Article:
We know most of you are already Malbec experts, but it is always good to go back to the basics once in a while. Brimming with ripe dark fruit character and inky black pigments, Malbec is a versatile, food-friendly red wine with significant roots in Mendoza’s Uco Valley. Malbec claims southwest France, specifically Cahors, as its original homeland where it is known simply as “Côt.” Included as a blending grape in Bordeaux for hundreds of years, this spicy black grape has found firm footing and considerable fame in the arid, high-elevation vineyards surrounding Mendoza. Today, Argentina is the lively home to 75% of the Malbec vines grown worldwide.
By Amanda Barnes, April 26 2018
If you were in the Uco Valley last month, there was the sound of more than just birdsong in Vista Flores as Bodega Monteviejo held the 8th edition of Monteviejo Wine Rock - the biggest wine and rock music festival in South America. With an impressive line up of some of Argentina’s most famous rock bands, along with a art and culture exhibition , this is always one of the hottest tickets in Mendoza’s events calendar.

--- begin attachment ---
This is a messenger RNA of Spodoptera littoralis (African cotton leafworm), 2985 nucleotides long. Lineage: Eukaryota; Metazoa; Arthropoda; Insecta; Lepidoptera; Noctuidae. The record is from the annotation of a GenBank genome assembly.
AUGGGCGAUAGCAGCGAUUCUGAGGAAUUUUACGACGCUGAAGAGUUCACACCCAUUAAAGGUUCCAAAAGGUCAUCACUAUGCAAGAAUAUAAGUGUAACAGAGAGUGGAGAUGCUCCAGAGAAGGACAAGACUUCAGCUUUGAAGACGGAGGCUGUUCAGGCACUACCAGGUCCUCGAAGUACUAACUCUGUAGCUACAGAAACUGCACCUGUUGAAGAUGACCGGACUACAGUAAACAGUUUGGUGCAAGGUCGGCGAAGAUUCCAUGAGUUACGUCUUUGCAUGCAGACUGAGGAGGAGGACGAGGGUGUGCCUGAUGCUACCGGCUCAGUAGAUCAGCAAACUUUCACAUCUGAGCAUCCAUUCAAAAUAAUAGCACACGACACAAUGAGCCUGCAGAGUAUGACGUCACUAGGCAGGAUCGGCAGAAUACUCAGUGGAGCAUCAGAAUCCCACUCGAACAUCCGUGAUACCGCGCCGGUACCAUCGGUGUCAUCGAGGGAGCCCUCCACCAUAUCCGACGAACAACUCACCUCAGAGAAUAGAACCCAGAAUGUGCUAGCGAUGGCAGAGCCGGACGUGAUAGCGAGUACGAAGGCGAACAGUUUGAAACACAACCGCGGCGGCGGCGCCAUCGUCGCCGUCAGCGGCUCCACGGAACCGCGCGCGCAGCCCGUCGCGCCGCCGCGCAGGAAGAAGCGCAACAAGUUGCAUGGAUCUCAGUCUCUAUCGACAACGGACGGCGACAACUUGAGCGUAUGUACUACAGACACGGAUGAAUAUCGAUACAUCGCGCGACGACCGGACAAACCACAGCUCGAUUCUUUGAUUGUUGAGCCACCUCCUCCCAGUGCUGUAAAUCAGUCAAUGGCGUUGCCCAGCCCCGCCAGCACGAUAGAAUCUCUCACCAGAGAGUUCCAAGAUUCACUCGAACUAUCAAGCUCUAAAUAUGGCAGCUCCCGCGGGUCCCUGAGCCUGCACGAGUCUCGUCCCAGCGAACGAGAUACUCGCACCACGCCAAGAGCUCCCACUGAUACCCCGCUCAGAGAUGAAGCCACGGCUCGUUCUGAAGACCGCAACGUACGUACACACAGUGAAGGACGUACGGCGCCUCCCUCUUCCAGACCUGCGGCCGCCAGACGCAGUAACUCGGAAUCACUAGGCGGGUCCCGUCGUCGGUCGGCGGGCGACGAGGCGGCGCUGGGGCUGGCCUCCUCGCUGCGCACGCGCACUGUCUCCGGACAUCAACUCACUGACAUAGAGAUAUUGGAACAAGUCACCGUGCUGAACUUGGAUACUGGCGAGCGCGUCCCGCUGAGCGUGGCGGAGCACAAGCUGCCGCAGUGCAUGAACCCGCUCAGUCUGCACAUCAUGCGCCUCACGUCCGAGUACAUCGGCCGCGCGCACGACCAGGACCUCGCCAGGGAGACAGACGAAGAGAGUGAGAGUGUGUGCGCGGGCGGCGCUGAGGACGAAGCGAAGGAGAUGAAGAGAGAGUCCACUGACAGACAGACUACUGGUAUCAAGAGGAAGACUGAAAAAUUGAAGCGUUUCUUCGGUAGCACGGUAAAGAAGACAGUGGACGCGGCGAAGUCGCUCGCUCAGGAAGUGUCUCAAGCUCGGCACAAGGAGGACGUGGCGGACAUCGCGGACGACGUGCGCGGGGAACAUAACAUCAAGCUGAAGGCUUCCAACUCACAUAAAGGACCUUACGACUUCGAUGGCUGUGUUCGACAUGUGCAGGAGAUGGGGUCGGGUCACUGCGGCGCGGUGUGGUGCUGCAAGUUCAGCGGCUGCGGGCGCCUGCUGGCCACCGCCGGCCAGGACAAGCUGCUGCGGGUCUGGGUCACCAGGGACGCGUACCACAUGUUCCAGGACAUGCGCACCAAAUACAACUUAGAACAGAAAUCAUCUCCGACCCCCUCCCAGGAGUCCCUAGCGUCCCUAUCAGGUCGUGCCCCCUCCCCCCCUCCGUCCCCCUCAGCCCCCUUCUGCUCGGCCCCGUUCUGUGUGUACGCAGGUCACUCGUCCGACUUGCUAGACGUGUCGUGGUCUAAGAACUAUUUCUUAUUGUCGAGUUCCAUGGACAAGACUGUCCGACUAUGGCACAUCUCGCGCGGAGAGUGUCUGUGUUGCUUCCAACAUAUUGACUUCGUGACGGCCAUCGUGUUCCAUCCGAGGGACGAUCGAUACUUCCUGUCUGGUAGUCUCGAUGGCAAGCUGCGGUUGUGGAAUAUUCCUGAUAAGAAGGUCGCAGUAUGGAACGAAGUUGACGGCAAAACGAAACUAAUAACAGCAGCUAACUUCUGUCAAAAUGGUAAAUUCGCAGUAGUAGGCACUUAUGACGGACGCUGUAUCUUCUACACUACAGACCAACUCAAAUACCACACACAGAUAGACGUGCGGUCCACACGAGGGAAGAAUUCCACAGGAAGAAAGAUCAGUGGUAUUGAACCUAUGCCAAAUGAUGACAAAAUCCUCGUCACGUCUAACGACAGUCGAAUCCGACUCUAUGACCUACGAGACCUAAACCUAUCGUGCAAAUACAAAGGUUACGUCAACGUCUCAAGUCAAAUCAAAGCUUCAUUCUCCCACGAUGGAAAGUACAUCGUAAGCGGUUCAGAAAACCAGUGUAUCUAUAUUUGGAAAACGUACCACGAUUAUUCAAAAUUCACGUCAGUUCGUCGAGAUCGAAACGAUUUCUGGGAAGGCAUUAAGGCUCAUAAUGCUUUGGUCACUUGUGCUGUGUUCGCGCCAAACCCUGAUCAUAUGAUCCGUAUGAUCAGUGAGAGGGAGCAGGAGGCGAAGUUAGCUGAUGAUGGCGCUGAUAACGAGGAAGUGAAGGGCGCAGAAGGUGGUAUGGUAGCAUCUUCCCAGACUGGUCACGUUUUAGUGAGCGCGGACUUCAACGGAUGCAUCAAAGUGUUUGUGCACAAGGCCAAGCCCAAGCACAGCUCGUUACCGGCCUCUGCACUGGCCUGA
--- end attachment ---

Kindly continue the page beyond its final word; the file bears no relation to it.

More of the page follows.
By Selva Manzur, March 29 2018
Mendoza has long been the land of rich soil and fine wine, but during the past decade, the local cuisine has evolved considerably and is increasingly paired with the varietals and blends produced here, which it rivals in both variety and quality. In this way, the list of restaurants and gastropubs to recommend to year-round visitors to the Mendoza City is rapidly expanding. Whether you’re looking to enjoy a full-course dinner for two or a light lunch with friends and family, there are excellent options to suit every occasion and taste.
By Indira Thambiah, March 28 2018
By Indira Thambiah - Private Vineyard Owner - Silly Point Wines
By Amanda Barnes, March 28 2018
The gaucho - the quintessential Argentine figure. Known for their masterful domination of cattle and horses, for playing lively folkloric music and telling colorful tales, and for their ability to rustle up a delicious asado in the mountains, the gaucho is so much more than Argentina’s answer to a cowboy.
By Amanda Barnes, February 28 2018
While Mendoza has always been a friend of the Bordeaux varieties beyond Malbec (Cabernet Sauvignon, Cabernet Franc and Petit Verdot to mention a few), in recent years there is an increasing trend towards Mediterranean varieties too.
By Amanda Barnes, November 29 2017